Do more ticks equal fewer tourists in Maine? Team studies impact of bloodsucking arthropods

Maine’s idyllic landscape, rugged coastline and abundance of wildlife attract visitors each year to its natural parks.

However, experts predict an increase in the number of ticks infected with Lyme disease due to climate change – which threatens to expose more people to the disease and cause some visitors to opt for alternative destinations.

Which could negatively impact Maine’s annual $3.5 billion nature-based tourism industry.

Ecology student Molly Bennett, from Falmouth, Maine, believes people care more about the environment when they visit places like Acadia National Park. And she wants to help eliminate barriers that would cause visitors to avoid nature-based tourist locations.

“To me, one of the most critical parts of environmental stewardship is conducting quality research and then implementing those findings,” says Bennett. “Fear and apprehension about wildlife – like ticks – can be a barrier and we can address those concerns through education.”

University of Maine researchers are investigating this issue from multiple angles with the goal to better understand the natural and human drivers of tick-borne disease transmission and potential interactions among climate, wildlife and visitation.

The team includes scientists in entomology and ecology, climate change, and recreation and tourism as well as  undergraduates and graduate students involved from biology, wildlife ecology, tourism, and climate science.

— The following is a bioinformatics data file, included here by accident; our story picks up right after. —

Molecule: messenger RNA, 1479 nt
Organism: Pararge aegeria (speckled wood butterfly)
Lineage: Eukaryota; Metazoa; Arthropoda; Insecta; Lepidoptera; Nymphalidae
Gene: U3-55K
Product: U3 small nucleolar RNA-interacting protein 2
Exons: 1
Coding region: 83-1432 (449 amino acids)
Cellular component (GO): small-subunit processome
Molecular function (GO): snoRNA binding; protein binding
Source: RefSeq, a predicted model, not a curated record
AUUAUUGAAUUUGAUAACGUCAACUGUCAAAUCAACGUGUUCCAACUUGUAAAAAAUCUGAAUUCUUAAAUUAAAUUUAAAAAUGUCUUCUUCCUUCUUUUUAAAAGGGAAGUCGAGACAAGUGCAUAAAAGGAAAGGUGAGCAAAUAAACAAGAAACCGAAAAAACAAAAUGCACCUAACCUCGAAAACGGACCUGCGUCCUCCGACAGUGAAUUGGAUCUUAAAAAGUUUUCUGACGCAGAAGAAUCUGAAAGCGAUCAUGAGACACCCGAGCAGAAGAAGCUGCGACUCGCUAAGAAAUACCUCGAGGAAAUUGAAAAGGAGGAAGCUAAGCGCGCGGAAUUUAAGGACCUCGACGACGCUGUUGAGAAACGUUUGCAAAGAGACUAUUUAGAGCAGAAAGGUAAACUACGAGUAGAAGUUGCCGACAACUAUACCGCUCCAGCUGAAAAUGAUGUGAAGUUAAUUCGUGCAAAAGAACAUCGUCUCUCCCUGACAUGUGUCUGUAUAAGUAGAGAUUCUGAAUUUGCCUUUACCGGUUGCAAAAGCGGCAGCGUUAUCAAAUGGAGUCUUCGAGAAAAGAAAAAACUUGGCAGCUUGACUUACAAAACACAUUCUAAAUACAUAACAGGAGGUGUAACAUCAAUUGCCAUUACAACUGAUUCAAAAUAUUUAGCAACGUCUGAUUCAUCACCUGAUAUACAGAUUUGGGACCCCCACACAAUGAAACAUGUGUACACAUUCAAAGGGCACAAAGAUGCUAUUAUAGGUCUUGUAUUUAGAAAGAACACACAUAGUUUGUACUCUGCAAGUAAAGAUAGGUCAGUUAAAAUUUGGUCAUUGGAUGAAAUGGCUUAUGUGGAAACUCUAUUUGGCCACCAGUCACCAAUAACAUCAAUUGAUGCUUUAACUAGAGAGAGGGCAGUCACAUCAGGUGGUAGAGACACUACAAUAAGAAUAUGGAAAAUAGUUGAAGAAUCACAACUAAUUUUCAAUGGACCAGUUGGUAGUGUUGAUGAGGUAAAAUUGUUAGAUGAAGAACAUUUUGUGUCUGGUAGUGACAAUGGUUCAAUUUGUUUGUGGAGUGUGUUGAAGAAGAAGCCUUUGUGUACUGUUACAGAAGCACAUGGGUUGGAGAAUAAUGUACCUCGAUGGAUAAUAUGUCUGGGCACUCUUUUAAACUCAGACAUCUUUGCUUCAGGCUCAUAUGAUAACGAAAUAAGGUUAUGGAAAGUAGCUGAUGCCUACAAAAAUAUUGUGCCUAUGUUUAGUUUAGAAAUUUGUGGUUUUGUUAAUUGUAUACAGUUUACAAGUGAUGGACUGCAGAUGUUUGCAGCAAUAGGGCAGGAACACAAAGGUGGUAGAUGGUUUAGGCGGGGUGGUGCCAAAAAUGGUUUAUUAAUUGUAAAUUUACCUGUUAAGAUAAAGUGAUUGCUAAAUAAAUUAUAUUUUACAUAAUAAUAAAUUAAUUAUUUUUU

Allison Gardner, assistant professor of arthropod vector biology and Faculty Fellow at the Senator George J. Mitchell Center for Sustainability Solutions, is principal investigator.

The Interdisciplinary Undergraduate Research Collaborative (IURC) initiative funds the project: “Biophysical and social dimensions of tick-borne disease risk in Maine’s public parks and natural areas”, which is a continuation of work funded by the Mitchell Center to study tick-borne disease in Acadia National Park.

Gardner enjoys collaborating with interdisciplinary teams of researchers to address urgent public health concerns in the state as well as sharing the experience with undergraduate and graduate students.

“The IURC program is critical to exposing undergraduates to real-world, interdisciplinary problem-solving,” says Gardner. “We have a very strong collaboration and we’re expanding upon our research efforts to understand the social and ecological drivers of tick-borne disease transmission in Maine’s beautiful public parks and natural areas.”

Sandra De Urioste-Stone is co-principal investigator and assistant professor of nature-based tourism and Mitchell Center Faculty Fellow. She believes the interdisciplinary research method enhances the training of students on how to work in teams on applied research projects that help address an important and relevant problem.

The team, in collaboration with National Park Service scientists and staff, will conduct field studies, visitor surveys and produce a tick and Lyme disease awareness document for public outreach.

Media contact: Christel Peters, 207.581.3571